Documentary: Rocking the Couch (2018) - Reviewed

If the #MeToo Movement did anything, it made it okay to talk about the seamy underside of Hollywood; the side that many outsiders have long suspected hummed along underneath all the glitz and glamour of fame and the Red Carpet, but that no one talked about, at least not in a public forum. Minh Collins' documentary, Rocking the Couch, picks up parts of the story that have yet to be widely told, those that show the audience that sexual harassment and assault by men in power are not novel, new ideas in Hollywood, but truly have been woven into the fabric of the industry since its inception. 

The onset of the film details the first documented case of sexual assault in Hollywood, the tragic story of Virginia Rappe, who was so brutally attacked that she died from her injuries days after her rape. The fact that this story has remained untold for so long (since the early '20s when the rape occurred), is quite shocking, and brings the audience to immediately question, if something this vile and reprehensible has remained swept under the rug for almost a hundred years, what other horrors are hidden there alongside it?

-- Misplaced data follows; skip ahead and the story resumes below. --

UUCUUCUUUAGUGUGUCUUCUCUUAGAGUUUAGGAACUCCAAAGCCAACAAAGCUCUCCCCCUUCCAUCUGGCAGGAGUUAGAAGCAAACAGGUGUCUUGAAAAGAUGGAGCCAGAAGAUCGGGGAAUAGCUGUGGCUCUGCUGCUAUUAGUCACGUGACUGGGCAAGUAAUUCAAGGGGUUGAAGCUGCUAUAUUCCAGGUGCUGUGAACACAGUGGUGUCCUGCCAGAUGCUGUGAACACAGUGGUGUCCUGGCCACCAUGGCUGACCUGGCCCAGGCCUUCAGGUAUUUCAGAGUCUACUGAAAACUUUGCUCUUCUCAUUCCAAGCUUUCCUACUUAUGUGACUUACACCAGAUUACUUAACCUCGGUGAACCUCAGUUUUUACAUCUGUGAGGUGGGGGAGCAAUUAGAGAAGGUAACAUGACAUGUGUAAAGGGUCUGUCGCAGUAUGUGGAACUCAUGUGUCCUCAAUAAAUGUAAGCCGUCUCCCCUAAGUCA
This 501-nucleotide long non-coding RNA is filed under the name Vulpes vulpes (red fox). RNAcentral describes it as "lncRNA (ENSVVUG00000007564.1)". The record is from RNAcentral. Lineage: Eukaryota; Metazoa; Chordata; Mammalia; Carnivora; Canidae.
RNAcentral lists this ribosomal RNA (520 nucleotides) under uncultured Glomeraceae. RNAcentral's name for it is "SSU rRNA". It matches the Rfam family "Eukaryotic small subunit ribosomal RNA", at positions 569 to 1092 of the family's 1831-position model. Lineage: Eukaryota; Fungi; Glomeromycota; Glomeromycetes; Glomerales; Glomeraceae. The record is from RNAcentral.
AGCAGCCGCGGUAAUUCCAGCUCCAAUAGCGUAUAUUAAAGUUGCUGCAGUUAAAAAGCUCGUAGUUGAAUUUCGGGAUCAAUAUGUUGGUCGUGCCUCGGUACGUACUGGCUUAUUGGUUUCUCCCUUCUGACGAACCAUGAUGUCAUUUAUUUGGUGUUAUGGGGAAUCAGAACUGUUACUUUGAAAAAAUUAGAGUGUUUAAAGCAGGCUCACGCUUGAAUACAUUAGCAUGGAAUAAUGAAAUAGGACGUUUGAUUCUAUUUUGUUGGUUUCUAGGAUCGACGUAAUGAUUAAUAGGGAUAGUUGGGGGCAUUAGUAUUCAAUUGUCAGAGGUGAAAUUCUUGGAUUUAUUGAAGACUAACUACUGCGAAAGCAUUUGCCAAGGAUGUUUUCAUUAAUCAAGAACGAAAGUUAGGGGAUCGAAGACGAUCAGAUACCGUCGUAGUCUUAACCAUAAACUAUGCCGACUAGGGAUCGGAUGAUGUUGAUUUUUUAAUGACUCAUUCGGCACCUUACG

While the film contains many powerful interviews with those who have been assaulted, those who have witnessed their peers being blacklisted for trying to stop the abhorrent behavior, and even those who were lucky enough to escape harassment because of their heritage, there are also interviews with those who are concerned about the effect the telling of these stories will have on the good men in Hollywood. The film does a good job in these instances by staying far away from victim blaming, even when discussing the fact that there are women in Hollywood who willingly (happily?) participate in sex acts in exchange for  roles. Really, the films biggest drawback is the filmmakers use of reenactments. The reenactments aren't poorly done, but still, their use makes it seems as if the filmmaker doesn't trust the stories themselves to be enough, and they work almost to cheapen the message. 

The stories told within Rocking the Couch are important. They need to be told on a wide open platform such as this. They also make the viewer question what, if anything, has changed in Hollywood since the beginning, and highlight exactly how far we have left to go until there's no need for a #MeToo Movement anymore. The drawbacks of Collins' film do not outweigh its impact, and it should be required viewing, especially for young women planning to pursue a career in Hollywood. 

-Josie Stec